TEACHERS at property magnate Phillip Chiyangwa’s elite school in Bluff Hill, Harare, Divaris Makaharis, have downed their chalks to protest the non-payment of salaries for the past six months, it has been established.
BY PHILLIP CHIDAVAENZI
The teachers, who requested anonymity fearing victimisation, told NewsDay that their employer had been giving them lame excuses for too long and they could not take it anymore. They spent the last two days idling in the staff room while pupils were unattended in the classrooms.
Chiyangwa’s daughter Vanessa — who is part of the administration – yesterday addressed the aggrieved teachers, but proffered no solution.
“She didn’t give any commitment or assurance,” said a teacher at the school. “We are not going to work until our grievances have been addressed.”
The school’s chief executive officer John Munjilo and head of the senior school, Shungu Mushayakarara, were yesterday said to be away.
Another teacher confirmed that they had not been paid since July last year and accused Chiyangwa of being heartless.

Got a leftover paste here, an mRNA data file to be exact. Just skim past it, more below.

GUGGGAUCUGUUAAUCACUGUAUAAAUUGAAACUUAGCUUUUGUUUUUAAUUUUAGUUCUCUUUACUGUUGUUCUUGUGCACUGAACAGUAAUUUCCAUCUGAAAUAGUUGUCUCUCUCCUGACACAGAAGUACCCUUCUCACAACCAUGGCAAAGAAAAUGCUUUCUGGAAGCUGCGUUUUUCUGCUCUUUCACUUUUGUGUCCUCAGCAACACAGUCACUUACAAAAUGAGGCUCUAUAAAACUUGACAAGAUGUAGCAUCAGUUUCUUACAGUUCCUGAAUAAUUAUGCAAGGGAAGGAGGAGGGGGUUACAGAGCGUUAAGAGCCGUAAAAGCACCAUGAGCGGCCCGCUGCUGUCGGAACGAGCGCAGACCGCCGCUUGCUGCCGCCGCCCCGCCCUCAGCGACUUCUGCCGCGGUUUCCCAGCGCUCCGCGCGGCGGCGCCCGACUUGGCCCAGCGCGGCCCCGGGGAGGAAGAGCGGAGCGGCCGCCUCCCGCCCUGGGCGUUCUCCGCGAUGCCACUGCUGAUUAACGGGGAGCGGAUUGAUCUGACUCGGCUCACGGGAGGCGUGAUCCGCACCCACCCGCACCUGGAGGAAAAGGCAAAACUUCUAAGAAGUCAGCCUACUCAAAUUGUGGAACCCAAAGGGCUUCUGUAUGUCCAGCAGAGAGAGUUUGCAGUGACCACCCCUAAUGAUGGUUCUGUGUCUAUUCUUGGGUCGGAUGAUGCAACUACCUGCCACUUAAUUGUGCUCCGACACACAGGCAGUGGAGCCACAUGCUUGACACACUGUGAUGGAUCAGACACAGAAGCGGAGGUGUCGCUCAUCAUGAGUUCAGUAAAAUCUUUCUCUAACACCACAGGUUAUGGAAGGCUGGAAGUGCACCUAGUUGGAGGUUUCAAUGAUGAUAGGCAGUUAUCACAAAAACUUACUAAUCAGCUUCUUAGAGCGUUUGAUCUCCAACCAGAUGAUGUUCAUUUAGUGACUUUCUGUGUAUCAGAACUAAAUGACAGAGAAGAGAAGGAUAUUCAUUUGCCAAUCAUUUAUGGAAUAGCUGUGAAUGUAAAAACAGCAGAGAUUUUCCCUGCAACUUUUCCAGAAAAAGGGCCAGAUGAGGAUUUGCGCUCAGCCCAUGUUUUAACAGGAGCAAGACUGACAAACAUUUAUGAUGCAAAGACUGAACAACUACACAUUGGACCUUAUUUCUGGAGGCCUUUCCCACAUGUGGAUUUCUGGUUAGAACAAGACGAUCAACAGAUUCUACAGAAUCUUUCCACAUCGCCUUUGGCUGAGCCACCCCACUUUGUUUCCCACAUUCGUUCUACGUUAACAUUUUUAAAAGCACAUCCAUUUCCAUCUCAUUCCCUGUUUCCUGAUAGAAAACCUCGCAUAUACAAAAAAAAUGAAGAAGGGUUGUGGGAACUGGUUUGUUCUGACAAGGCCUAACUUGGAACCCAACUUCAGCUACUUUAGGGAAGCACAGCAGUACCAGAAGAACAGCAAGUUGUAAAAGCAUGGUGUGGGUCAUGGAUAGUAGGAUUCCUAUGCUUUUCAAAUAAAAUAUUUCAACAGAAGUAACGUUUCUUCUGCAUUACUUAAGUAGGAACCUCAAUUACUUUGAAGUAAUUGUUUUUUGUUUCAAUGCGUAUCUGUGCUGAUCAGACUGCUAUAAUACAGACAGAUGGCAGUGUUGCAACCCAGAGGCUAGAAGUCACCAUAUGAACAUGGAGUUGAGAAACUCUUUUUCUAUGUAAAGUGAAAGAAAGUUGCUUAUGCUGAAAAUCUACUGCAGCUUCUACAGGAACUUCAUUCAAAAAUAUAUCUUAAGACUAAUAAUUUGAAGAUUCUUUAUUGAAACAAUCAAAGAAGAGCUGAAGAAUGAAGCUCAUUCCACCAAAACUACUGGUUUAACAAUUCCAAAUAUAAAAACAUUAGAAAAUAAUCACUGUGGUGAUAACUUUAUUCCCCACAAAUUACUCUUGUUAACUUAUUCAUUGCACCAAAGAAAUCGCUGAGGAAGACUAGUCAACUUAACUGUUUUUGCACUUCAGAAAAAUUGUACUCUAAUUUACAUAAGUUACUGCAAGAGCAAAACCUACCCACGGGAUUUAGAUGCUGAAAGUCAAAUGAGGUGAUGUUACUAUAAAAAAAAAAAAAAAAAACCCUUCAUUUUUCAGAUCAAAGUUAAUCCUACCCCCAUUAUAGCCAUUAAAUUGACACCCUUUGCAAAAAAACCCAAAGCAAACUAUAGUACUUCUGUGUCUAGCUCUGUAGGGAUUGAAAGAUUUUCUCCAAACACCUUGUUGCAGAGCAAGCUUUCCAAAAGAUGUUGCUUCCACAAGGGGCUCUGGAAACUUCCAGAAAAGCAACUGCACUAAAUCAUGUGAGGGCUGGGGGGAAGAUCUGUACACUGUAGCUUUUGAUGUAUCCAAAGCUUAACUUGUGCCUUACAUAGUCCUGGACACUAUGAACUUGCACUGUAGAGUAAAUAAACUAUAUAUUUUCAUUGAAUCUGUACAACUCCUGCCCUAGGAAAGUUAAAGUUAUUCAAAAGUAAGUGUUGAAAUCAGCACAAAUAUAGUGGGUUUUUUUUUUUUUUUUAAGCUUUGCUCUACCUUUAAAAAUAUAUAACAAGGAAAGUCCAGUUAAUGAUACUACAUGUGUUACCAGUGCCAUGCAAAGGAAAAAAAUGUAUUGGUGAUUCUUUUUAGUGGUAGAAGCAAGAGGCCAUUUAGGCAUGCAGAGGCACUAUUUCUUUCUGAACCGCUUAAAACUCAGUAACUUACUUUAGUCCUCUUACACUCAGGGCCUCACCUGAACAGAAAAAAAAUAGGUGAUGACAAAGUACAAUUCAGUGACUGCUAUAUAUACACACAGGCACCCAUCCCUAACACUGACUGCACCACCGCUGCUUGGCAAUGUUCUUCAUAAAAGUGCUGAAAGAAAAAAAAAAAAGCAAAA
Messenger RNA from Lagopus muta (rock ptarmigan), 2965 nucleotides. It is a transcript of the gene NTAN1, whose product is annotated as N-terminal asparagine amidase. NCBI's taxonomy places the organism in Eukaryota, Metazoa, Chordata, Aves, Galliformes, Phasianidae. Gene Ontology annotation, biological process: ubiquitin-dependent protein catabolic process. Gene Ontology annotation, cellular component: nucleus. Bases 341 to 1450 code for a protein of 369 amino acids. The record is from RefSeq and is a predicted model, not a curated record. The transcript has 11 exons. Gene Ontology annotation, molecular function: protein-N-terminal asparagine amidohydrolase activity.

“He doesn’t have the human resources at his school at heart,” he said. “We think it is time now for the world to know exactly what’s happening here.”
NewsDay also learnt that after the teachers first threatened to embark on industrial action in January this year, Chiyangwa offered them residential stands at Stoneridge in Waterfalls. The teachers, however, turned down the offer after realising that the stands were not serviced as well as being contested as they are part of his divorce proceedings.
“The unfortunate thing is that some of the stands are currently in dispute because they are part of his divorce case,” said the source. “There was also no agreement of sale as the stands belong to Pinnacle Property Holdings.”
Chiyangwa, however, said he owed none of the teachers any money and said even records at the school would prove that their salaries were up-to-date.
“They took advance salaries in January to cover for February and March. I even warned them that this was going to be problematic,” he said. “It’s unfortunate that when they have issues they always run to newspapers so that they can put me under pressure.”
Chiyangwa, who was out of town, said he was prepared to show this reporter all the salary records to demonstrate that none of the teachers was owed any money.